Baby teething – signs, symptoms and treatments


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Oral Hygiene and Dental Therapy
Dip. OHT (Melb), ADOH (Adel)

teething baby

Babies’ teeth start to develop in the womb, long before the baby is born. Most babies’ first teeth start to show, or “erupt”, between 4 and 7 months of age in a process known as teething.

The first teeth to appear are the two bottom incisors – the teeth at the front of the mouth – and these are followed closely by the top two incisors directly above. Next come the molars at the back of the mouth.

By the age of three your child will have all 20 baby teeth. Children start losing their baby teeth around the age of six, although in some children (usually girls) it can be earlier and in others later.

Most children show signs of teething – for example, drooling (which can lead to a facial rash and/or red cheeks) or rubbing of the face. Common symptoms include gum swelling and sensitivity, irritability or fussiness, biting behaviour, refusal of food, and sleeping problems.

Treatment remedies for teething problems include giving your child something to bite or chew on, such as a teething ring or necklace, or a cold face washer. Cold foods like yoghurt may also provide relief.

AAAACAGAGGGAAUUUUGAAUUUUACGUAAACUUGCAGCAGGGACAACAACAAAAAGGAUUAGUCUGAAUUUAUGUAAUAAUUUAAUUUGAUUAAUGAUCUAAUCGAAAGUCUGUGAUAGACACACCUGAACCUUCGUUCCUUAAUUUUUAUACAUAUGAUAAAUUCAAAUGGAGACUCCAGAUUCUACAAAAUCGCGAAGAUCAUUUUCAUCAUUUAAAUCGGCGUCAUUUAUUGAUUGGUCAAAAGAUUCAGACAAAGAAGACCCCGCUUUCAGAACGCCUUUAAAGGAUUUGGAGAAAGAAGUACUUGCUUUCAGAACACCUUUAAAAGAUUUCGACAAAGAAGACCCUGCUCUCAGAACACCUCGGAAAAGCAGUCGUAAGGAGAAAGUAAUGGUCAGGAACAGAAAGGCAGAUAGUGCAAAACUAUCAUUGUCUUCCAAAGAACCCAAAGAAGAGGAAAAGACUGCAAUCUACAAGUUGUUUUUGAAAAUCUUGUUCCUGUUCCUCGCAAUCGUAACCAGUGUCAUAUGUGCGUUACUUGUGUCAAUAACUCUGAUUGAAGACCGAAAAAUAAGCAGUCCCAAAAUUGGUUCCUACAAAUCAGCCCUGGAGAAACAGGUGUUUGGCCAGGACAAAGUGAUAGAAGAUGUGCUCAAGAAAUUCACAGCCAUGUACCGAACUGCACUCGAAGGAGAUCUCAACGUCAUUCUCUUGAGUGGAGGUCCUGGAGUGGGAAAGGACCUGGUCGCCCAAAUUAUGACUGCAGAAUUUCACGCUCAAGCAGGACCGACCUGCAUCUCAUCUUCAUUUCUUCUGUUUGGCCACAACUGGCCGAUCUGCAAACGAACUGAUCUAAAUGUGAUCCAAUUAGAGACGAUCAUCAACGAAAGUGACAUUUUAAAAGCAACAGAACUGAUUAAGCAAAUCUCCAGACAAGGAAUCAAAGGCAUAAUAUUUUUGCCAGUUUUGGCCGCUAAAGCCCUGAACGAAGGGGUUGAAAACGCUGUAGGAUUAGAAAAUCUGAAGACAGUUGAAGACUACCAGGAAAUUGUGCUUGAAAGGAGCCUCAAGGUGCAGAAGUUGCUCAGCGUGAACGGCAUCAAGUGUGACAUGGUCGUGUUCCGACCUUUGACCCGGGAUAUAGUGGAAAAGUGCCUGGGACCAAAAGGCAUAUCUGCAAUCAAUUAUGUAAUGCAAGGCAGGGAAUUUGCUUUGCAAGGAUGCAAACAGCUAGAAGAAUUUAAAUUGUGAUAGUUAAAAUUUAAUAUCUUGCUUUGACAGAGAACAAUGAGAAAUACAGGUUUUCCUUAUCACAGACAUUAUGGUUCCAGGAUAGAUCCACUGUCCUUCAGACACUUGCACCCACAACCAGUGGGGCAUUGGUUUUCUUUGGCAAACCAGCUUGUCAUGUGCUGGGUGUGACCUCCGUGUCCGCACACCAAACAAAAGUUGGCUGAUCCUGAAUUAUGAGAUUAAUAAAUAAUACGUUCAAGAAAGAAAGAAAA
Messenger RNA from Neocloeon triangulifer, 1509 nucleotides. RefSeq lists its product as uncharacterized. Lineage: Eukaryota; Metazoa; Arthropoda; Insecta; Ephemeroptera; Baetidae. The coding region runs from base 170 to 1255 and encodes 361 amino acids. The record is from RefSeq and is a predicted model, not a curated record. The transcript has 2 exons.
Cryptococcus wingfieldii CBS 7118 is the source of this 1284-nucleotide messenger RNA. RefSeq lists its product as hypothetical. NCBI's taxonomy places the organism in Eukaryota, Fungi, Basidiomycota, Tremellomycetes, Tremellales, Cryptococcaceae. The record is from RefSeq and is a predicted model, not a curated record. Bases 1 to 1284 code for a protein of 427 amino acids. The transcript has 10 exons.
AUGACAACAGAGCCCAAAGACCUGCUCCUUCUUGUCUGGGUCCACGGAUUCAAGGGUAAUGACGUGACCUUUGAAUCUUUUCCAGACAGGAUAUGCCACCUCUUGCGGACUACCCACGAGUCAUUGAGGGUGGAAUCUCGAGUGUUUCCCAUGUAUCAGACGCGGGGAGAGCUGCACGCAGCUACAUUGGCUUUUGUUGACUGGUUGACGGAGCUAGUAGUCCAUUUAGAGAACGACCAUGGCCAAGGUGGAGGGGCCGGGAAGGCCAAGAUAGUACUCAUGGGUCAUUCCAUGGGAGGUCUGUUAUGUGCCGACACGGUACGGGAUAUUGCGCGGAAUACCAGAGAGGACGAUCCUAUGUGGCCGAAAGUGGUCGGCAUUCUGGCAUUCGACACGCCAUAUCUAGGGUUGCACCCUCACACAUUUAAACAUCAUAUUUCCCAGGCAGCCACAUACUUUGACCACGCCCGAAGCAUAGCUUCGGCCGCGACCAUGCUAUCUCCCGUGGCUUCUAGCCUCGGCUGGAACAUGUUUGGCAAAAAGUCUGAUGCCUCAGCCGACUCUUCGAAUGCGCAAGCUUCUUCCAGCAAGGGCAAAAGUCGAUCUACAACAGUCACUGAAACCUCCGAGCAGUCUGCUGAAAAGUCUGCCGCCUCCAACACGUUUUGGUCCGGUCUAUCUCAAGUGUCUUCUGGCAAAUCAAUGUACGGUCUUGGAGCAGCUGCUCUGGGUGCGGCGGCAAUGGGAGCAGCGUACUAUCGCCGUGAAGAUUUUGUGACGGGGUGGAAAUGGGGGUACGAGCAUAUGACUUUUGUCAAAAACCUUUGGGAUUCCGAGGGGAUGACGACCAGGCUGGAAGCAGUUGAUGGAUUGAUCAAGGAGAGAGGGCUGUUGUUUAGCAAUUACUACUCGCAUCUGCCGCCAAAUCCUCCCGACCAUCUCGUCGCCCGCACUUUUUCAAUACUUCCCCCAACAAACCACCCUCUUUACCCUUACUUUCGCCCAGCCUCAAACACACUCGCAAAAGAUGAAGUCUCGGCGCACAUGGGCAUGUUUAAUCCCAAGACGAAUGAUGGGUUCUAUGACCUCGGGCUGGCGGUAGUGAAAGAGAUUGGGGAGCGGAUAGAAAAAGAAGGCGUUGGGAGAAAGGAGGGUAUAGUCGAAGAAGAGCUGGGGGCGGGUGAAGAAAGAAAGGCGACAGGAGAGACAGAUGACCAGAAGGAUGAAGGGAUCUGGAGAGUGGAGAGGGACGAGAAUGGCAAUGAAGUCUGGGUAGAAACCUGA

Rubbing a numbing gel onto the gums is a good option, but always consult with your GP or dentist before using any such preparation in the mouth.

If a facial rash bas been caused by drooling, you can protect the skin from further irritation by gently wiping the skin with a soft, wet, cotton cloth and smoothing some petroleum jelly onto the affected area at night or when your child is napping.

If at any time throughout the teething process you are worried about particular signs or symptoms or you think something may not be right, don’t hesitate to seek advice from your dentist as to appropriate treatment remedies. We recommend that you start brining your child to the dentist when his or her first teeth start to appear.

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*The contents of this blog post are of a general nature only and may not apply to your specific circumstances. As every person is different we always recommend that you visit a qualified dental practitioner to obtain tailored dental advice to suit your own specific needs.

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